Get your teeth into this

Discussion in 'The Rehearsal Room' started by E flat fred, Jul 21, 2010.

  1. E flat fred

    E flat fred Member

    Something to get your teeth in.

    Advice required as a matter of urgency having played brass instruments for more years than I care to remember I am now in great difficulty trying to solve the predicament I find myself in.
    Over the years, I have lost teeth on a regular basis and I am now the owner with only the following teeth.
    Right Upper 1,2,and 3, Right Lower 1,2,3 and 4.
    Left Upper 1,2,3,4 and 5. Left lower 1,2,3 and 4.
    Due to this, it means that these remaining teeth have to bite and chew and over the years, they have worn away. This has been a gradual change and I have been able to manage playing my EE flat Bass with few problems.
    On my last visit to the dentist, it was found that my jaw was working in the wrong position and the remaining teeth had to be altered to realign my jaw. This meant that as a start the remaining teeth had to be lengthened permanently in order that the jaw would align itself to a new position. This was all thnat could be done for th first3 months prior to fitting implants, crowns, and bridges. The lengthening process meant that the upper and lower teeth were extended by 3/8 “ making my jaw ¾” wider. Due to this, it has altered the position of my mouth on the mouthpiece and there is no feeling on the teeth due to the extensions.
    I practice aprox. 2 hrs daily but I still cannot play notes below bottom C. High notes are no trouble at all except that all notes are now out of tune and this is not approved of by the rest of the Bass section.
    If I have to hold a single note for any length of time, my lips start to vibrate uncontrollably and the only way then is to stop playing and tongue the note again.

    Has this got something to do with embouchure?

    I have tried different mouthpieces to try to solve the problem but to no avail.

    My dentist informs me that the problem will cease when all the teeth are fitted but the new position of the jaw will remain.
    I hope that some readers will be able to throw some light on my situation and help me out over this difficult time.

    I could of course take the easy option out and join the percussion section, but that would not give me the same satisfaction as playing a brass instrument.

    Here is hoping for an answer to my problem, that no doubt has been solved by other people in the Brass Band world.
    T.M.P. has never let me down ion the past and solutions have always been found.

  2. Squeaker

    Squeaker Member

    That all sounds a bit tricky. When I was 14 years old I had a bad accident on my bike, hit a car and knocked out 4 front top teeth and 2 bottom front teeth. As a cornet player, this caused me considerable concern, I thoight I'd never play again! But a dentist (who became my hero) designed me two dentures that would fit firmly with little movement. However, my embouchure was different because my own teeth weren't completely straight, but the denture was. My cornet teacher helped me with the embouchure problem. It took me a year to get my stamina back and play to the standard I was at before the accident, but I got there, I now play sop for a top section band and have no problems with playing on two dentures.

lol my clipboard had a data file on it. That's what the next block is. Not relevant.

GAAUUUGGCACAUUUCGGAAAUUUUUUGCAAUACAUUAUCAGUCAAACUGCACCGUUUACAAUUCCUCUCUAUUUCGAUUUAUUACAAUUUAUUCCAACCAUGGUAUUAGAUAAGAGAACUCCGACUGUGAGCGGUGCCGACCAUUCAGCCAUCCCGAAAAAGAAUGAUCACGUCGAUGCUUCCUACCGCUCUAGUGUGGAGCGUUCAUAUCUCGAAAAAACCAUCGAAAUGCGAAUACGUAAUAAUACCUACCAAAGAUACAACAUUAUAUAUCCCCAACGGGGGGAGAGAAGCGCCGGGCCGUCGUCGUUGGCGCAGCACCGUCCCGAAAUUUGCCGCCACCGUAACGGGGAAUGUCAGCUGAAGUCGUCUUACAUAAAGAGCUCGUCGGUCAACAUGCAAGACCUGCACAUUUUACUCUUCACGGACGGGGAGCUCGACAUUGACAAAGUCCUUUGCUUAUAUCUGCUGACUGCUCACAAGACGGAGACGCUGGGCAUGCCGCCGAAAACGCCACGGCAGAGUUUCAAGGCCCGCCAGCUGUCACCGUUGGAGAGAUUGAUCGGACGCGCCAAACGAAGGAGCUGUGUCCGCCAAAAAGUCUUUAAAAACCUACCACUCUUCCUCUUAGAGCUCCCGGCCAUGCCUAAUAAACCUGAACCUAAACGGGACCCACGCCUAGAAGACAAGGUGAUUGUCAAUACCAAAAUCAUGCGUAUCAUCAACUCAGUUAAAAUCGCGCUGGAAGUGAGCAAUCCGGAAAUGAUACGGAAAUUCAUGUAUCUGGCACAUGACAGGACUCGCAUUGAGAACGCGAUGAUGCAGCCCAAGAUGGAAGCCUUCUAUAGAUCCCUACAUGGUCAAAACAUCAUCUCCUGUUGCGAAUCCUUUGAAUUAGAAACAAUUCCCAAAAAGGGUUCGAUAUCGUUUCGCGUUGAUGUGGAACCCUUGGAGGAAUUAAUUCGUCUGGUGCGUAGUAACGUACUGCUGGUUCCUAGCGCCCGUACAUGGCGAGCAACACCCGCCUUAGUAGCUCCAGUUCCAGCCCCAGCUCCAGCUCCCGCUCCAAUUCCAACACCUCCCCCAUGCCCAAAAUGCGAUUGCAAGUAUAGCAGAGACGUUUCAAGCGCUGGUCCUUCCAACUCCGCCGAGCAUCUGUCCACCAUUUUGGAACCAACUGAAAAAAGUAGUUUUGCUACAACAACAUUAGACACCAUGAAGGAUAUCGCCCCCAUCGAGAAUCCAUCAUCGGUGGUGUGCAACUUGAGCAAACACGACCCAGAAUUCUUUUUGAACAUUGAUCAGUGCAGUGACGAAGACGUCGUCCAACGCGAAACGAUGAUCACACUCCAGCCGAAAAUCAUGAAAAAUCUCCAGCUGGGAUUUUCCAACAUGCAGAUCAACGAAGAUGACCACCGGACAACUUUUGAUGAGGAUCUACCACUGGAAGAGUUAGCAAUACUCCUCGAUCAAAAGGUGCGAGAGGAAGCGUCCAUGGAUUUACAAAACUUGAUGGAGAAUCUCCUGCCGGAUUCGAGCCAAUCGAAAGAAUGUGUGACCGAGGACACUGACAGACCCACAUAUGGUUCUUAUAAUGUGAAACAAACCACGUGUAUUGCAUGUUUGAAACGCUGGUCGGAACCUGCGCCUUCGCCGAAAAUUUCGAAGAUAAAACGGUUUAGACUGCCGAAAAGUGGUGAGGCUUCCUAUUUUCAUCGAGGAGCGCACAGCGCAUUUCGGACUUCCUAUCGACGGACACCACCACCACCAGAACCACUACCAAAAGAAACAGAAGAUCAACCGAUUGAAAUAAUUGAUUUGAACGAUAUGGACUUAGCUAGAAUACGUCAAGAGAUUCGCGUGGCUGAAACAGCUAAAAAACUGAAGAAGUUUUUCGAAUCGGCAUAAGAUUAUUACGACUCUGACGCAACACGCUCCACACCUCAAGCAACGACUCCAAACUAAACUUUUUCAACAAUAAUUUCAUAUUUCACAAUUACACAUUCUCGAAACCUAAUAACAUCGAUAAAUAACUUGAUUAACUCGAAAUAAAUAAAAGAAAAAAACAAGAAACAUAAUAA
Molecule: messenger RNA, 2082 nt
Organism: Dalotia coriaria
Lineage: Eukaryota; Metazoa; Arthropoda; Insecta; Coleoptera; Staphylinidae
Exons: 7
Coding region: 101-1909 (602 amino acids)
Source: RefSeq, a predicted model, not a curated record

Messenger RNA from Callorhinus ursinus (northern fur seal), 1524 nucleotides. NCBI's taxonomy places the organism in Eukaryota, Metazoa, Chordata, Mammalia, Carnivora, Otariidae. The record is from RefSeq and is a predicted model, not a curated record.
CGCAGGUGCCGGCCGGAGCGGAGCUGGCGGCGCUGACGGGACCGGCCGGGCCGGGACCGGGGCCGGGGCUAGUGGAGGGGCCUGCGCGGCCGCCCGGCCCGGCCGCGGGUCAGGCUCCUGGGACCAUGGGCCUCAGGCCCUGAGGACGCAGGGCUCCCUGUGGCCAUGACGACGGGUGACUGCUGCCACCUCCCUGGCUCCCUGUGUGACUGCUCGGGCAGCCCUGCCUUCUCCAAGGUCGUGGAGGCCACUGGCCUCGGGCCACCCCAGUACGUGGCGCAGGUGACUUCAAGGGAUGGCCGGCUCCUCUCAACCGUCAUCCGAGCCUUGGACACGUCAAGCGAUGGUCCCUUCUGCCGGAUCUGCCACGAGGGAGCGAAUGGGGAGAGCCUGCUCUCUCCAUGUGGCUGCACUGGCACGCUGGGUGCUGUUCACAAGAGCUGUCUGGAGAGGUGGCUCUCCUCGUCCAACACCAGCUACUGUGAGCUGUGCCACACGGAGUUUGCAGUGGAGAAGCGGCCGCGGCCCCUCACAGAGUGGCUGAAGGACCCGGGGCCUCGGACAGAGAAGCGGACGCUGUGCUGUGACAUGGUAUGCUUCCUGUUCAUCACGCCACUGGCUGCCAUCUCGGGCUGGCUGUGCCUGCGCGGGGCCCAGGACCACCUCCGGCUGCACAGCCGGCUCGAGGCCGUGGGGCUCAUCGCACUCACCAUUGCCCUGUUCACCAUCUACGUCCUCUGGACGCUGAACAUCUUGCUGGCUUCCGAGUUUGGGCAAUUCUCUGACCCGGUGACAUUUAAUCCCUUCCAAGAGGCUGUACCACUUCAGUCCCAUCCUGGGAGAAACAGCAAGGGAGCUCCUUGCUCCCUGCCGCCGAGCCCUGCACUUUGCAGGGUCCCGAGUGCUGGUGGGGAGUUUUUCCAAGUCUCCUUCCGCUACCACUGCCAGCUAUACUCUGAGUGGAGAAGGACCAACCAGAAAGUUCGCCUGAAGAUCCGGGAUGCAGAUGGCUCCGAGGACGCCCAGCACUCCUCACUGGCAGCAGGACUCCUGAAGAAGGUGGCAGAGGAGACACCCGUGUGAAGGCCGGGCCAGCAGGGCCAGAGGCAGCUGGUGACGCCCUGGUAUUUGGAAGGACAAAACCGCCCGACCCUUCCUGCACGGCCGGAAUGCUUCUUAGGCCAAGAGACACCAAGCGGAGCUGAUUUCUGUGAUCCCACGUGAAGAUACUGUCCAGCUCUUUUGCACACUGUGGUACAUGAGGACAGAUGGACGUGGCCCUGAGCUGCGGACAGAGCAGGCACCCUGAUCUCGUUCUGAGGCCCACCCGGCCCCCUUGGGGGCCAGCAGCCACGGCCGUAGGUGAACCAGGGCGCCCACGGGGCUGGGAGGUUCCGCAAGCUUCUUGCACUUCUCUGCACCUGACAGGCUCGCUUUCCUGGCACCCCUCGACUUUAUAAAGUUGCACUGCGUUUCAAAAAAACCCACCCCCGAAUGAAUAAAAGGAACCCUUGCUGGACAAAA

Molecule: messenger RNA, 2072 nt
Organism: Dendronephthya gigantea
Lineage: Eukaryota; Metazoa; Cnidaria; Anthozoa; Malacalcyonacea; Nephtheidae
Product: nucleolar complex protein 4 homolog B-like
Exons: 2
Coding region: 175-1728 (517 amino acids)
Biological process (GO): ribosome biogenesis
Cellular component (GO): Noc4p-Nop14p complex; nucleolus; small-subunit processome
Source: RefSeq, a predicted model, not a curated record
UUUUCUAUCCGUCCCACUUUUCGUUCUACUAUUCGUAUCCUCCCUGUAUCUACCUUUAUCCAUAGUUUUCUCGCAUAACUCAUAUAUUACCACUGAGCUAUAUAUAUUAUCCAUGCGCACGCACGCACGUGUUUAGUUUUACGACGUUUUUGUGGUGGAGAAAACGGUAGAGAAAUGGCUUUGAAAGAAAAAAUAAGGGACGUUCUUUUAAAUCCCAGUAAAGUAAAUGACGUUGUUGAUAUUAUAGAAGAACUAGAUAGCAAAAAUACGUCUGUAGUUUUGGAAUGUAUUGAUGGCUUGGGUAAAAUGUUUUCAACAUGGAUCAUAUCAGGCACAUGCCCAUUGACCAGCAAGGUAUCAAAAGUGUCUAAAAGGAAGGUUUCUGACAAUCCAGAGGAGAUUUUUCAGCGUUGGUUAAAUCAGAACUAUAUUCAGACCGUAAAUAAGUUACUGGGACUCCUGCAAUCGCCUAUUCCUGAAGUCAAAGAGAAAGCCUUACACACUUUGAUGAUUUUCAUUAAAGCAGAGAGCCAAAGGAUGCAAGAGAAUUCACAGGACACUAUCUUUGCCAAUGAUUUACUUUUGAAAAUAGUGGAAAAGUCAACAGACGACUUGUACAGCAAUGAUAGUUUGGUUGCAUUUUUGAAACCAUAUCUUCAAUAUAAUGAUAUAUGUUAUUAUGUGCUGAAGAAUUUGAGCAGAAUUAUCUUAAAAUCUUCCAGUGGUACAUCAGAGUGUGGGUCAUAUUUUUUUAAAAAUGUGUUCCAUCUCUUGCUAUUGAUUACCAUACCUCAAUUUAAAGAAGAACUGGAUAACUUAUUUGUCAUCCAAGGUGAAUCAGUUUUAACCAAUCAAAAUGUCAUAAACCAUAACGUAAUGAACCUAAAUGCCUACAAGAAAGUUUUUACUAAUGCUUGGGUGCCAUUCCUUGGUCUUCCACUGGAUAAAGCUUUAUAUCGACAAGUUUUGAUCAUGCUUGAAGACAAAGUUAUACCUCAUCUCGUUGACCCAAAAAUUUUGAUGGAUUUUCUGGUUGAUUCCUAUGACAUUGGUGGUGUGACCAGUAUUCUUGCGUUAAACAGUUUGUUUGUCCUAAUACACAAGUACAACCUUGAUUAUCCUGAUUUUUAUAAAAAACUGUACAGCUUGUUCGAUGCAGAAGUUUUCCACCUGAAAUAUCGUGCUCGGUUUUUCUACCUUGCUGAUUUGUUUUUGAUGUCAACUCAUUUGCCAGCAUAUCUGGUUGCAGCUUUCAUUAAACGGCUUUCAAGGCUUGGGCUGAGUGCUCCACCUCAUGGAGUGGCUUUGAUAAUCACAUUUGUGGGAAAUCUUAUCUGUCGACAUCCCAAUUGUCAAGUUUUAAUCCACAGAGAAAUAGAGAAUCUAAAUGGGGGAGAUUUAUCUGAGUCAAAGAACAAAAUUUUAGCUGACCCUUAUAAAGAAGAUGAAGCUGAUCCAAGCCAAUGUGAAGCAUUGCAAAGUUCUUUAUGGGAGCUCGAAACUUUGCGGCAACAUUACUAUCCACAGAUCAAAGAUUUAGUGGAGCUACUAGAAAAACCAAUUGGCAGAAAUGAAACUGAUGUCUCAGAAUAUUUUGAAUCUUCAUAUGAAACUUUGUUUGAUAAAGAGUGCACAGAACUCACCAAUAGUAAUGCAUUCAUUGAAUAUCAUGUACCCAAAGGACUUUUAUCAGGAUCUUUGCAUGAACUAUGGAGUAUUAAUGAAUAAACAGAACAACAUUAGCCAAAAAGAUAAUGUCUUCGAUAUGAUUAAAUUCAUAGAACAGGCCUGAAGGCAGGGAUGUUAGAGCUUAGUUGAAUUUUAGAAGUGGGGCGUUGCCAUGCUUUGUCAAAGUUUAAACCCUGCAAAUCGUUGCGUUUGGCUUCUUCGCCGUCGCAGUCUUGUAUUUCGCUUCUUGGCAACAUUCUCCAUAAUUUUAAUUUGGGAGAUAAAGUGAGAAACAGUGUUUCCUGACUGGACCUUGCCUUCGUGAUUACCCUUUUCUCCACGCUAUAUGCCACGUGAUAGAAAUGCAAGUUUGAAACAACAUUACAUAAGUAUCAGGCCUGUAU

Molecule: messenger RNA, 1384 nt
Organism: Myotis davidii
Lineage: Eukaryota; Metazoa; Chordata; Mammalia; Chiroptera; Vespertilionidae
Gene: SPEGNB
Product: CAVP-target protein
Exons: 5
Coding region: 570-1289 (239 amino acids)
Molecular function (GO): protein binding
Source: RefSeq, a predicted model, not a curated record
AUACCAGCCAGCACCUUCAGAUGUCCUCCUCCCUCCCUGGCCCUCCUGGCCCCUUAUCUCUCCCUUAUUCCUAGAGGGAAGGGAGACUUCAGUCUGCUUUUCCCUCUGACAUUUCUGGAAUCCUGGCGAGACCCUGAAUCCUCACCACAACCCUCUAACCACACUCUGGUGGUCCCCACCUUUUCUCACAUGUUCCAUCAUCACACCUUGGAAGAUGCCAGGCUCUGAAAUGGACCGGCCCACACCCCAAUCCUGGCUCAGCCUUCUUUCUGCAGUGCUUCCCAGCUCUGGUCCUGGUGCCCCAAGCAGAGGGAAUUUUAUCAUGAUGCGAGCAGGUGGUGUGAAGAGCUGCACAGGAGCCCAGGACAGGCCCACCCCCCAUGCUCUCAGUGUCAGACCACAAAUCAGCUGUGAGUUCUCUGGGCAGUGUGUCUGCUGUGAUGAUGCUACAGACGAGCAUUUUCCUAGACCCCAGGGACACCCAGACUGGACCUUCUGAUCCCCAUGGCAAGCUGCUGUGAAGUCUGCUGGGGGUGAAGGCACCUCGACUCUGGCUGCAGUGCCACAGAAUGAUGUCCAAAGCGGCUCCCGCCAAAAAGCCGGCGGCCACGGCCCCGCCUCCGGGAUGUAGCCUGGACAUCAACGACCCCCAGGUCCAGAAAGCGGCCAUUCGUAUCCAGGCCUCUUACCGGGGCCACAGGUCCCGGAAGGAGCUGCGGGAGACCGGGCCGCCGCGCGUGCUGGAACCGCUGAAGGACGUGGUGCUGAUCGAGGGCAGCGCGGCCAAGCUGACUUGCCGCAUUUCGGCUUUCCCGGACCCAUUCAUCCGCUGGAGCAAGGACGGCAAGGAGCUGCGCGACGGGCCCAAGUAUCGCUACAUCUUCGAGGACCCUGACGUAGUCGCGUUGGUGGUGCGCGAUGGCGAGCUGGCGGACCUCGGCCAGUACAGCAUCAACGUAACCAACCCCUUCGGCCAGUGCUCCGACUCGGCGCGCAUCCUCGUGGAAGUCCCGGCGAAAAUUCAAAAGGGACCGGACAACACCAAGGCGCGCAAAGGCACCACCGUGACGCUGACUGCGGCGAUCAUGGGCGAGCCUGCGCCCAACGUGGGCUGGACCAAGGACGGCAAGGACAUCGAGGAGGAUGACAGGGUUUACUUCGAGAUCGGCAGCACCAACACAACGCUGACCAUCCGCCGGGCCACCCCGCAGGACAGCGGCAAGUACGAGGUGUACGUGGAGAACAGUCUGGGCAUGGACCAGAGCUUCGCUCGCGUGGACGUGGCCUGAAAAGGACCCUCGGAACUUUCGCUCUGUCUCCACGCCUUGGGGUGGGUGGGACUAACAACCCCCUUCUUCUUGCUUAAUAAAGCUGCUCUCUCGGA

I didn't have the problem that you've got with the jaw positioning problem, but my advice on that would be to see a teacher who knows about embiuchure positioning and get advice. It is possible to change your embouchure, it just takes time, patience and practice. I got used to playing on new teeth in different positions, so I'm sure you can be helped.
    I'm no expert, but I hope this helps. Stay positive and put the effort in and you give yourself a fighting chance.
    All the best!
  3. Mr. Stomvi

    Mr. Stomvi Member

  4. defnotsimon

    defnotsimon Member

    Stop practicing. That might sound more than a little counter productive but doing 2 hours a day isnt going to help. Practice doesnt make perfect. It just reinforces anything that you are doing, so if you are doing something wrong chances are it will take you a lot longer to get back into proper playing. 2 hours a day might seem like you are doing the right thing but can be VERY wrong.

    Like people above said go and see someone. It may well be that you are in the right position and just having trouble adjusting to the new feeling.

    No matter what you do dont try to change overnight because it just isnt going to happen.
  5. cornetgirl

    cornetgirl Active Member

    Sounds like a complex rebuild case but I would agree with knocking down the practice until you are totally dentally fit as you'll have to readjust all over again. Will have a think over the next week and get back to you - long time since I've done complex buildups as I'm usually too busy trying to stop the little b*&!£$! from biting me!!!
  6. E flat fred

    E flat fred Member

    Progress being made. A new set of dentures (temps) was fitted on Friday comprising 12 molars.
    These now lock my jaw into a set position and playing has now become easier. Not perfect but a big improvement. Now awaiting next procedure. Will take approx 6 months. Dentist has assured me that all will be correct in the end but it is the waiting and the difficuly in playing that is causing problems.
  7. animal.22

    animal.22 Member

    ONE bass vs several cases of equipment ? NOT the easy option my good man!!!! :mad:

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